We can create an instance snapshot as well. The key limitation to creating a snapshot from an instance is that the disk needs to be non-persistent. This means that we have a disk that is deleted on termination rather than created and mounted as part of the instance. This is a little confusing at first. If you follow the default instance creation it creates a storage volume for you. You need to delete this storage volume and have it replaced by a ROOT disk that is deleted upon termination. If we walk through an instance creation we have to change our behavior when we get to the storage creation. The default creates a storage instance. We want to remove it and it will be automatically replaced by a nonpersistent volume.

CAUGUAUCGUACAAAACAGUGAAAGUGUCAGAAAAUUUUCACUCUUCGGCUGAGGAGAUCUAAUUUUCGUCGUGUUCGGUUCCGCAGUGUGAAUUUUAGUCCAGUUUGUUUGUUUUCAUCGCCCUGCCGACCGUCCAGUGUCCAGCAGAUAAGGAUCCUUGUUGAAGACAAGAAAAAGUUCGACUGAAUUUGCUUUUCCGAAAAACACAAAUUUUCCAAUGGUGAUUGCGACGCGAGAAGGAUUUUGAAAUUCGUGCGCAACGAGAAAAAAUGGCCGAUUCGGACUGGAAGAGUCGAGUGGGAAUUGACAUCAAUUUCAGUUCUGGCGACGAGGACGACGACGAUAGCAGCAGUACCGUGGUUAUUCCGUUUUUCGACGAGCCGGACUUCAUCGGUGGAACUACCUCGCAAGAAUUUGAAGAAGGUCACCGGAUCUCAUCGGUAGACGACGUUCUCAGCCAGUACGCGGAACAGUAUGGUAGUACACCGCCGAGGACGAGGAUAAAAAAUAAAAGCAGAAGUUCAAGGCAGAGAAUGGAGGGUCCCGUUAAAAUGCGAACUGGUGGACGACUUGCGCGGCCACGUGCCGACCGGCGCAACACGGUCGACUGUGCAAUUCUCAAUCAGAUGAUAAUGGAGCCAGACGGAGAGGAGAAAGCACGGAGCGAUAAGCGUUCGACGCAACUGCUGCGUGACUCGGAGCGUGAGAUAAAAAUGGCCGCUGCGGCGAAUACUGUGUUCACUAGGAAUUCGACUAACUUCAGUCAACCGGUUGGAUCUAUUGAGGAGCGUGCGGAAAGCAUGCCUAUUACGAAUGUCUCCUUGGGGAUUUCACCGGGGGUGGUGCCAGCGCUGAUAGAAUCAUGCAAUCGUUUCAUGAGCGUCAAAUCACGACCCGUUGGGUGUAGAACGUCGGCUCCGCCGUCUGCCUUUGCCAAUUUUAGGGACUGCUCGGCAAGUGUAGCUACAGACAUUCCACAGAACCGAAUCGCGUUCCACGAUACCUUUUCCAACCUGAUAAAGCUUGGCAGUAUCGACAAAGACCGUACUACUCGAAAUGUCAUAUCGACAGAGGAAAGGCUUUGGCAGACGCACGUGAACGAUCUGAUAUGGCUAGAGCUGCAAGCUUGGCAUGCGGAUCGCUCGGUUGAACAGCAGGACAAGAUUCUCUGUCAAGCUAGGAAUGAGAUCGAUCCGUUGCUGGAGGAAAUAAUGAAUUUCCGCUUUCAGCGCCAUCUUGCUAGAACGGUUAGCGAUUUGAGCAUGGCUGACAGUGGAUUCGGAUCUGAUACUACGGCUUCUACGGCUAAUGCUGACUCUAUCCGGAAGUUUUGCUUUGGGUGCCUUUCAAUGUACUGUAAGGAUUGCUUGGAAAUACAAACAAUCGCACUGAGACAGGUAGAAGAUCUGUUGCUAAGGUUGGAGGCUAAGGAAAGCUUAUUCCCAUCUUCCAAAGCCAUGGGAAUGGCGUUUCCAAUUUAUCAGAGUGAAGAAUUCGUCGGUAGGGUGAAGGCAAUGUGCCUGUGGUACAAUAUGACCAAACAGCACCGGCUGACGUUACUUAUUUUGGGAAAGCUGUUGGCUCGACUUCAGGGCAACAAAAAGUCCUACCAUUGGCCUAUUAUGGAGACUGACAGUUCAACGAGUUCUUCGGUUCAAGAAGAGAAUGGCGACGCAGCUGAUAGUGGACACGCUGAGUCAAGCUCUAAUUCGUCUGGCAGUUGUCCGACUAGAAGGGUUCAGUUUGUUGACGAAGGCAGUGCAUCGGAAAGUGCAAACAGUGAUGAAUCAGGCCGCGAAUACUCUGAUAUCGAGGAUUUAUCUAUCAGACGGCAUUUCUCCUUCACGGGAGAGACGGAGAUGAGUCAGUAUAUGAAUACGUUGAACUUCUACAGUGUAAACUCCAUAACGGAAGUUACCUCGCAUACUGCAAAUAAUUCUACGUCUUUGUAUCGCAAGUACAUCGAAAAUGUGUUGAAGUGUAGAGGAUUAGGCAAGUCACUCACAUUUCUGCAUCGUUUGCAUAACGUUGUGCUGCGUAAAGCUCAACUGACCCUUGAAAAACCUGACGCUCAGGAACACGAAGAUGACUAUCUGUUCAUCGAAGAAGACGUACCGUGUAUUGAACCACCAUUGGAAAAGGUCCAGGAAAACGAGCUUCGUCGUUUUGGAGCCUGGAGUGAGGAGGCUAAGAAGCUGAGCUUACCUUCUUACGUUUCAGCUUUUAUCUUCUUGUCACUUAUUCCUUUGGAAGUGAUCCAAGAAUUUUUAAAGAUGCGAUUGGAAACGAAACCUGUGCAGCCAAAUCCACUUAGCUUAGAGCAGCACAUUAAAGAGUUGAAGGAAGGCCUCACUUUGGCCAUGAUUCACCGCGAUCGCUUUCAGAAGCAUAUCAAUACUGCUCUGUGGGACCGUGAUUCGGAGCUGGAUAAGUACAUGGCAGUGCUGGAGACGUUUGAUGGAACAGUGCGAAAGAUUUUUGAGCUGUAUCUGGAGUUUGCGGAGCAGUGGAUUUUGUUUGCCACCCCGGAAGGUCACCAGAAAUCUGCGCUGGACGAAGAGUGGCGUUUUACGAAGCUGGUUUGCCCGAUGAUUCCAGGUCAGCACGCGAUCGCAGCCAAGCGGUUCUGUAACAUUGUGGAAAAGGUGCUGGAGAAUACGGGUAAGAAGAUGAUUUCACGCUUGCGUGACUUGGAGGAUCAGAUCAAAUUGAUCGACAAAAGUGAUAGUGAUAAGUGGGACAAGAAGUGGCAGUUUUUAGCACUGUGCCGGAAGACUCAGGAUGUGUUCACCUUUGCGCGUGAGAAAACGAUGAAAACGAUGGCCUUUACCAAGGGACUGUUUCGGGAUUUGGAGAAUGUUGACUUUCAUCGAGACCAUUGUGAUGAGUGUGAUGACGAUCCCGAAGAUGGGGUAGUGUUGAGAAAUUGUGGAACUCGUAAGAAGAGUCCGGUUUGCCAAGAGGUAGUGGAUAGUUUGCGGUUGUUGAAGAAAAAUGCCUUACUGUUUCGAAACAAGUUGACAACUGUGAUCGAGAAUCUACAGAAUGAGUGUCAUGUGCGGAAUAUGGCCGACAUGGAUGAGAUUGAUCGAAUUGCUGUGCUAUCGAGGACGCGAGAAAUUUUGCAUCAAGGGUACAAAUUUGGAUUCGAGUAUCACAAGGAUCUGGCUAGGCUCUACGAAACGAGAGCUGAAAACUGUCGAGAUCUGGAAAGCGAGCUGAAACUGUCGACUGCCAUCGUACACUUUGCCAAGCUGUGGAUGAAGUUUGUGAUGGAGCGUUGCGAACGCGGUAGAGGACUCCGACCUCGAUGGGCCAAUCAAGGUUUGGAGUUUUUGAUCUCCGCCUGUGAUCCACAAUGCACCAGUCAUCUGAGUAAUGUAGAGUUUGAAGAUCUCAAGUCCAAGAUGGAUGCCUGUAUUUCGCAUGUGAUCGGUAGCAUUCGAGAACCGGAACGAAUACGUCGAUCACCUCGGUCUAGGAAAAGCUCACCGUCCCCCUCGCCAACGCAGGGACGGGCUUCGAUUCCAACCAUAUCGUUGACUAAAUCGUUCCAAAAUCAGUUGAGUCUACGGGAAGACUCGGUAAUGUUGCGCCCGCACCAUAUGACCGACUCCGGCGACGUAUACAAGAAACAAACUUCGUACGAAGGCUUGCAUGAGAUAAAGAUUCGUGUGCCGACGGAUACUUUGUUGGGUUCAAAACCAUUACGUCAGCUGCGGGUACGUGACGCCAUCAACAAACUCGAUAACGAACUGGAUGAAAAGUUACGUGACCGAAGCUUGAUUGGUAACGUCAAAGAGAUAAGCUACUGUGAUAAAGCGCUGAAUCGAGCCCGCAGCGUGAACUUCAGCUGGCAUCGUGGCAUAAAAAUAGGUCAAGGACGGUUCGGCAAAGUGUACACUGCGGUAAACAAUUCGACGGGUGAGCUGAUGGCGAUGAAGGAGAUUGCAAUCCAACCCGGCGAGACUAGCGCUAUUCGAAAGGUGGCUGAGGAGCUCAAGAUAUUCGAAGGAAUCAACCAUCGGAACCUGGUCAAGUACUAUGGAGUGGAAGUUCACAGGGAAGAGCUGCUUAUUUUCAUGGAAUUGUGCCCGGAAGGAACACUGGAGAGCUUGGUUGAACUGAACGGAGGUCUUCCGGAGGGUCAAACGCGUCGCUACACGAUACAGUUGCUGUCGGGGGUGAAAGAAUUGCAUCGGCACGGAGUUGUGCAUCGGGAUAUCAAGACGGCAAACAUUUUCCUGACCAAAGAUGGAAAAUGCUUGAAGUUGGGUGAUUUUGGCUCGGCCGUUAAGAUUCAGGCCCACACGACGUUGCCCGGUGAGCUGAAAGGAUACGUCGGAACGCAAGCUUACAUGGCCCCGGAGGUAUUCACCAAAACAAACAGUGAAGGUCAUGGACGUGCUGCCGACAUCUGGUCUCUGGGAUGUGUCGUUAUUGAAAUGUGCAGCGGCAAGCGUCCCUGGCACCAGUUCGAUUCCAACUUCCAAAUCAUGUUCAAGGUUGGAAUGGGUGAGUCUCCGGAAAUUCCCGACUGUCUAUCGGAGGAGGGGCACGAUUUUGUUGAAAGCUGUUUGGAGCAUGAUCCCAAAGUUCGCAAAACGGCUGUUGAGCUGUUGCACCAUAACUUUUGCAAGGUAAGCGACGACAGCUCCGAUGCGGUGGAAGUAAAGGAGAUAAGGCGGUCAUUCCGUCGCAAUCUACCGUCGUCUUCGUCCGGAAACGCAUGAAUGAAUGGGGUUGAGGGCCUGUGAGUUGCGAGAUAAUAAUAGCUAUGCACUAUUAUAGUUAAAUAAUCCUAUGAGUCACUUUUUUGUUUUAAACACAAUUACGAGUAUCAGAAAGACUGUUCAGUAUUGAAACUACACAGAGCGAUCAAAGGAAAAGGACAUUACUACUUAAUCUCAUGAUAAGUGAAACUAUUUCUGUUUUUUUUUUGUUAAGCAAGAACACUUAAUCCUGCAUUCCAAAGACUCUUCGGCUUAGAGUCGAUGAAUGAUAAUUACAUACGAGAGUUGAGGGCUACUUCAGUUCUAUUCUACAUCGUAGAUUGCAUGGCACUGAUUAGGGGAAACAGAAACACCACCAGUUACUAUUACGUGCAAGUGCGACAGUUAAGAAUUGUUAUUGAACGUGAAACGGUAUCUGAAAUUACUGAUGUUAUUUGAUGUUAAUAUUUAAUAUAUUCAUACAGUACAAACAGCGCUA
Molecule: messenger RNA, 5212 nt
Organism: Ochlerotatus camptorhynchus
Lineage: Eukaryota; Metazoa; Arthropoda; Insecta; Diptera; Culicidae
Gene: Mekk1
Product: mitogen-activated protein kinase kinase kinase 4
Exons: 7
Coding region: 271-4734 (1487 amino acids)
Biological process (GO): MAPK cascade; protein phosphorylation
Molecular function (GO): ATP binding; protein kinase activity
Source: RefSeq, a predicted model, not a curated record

Once we have this hurdle removed, we can create an instance snapshot. We select the instance and click on the Create Snapshot from the menu item. If the menu item is greyed out we have a persistent storage volume as our boot image.



We can create a bootable image from this snapshot by clicking on the menu for the snapshot and Associate Image with this snapshot. This allows us to create an instance from our image.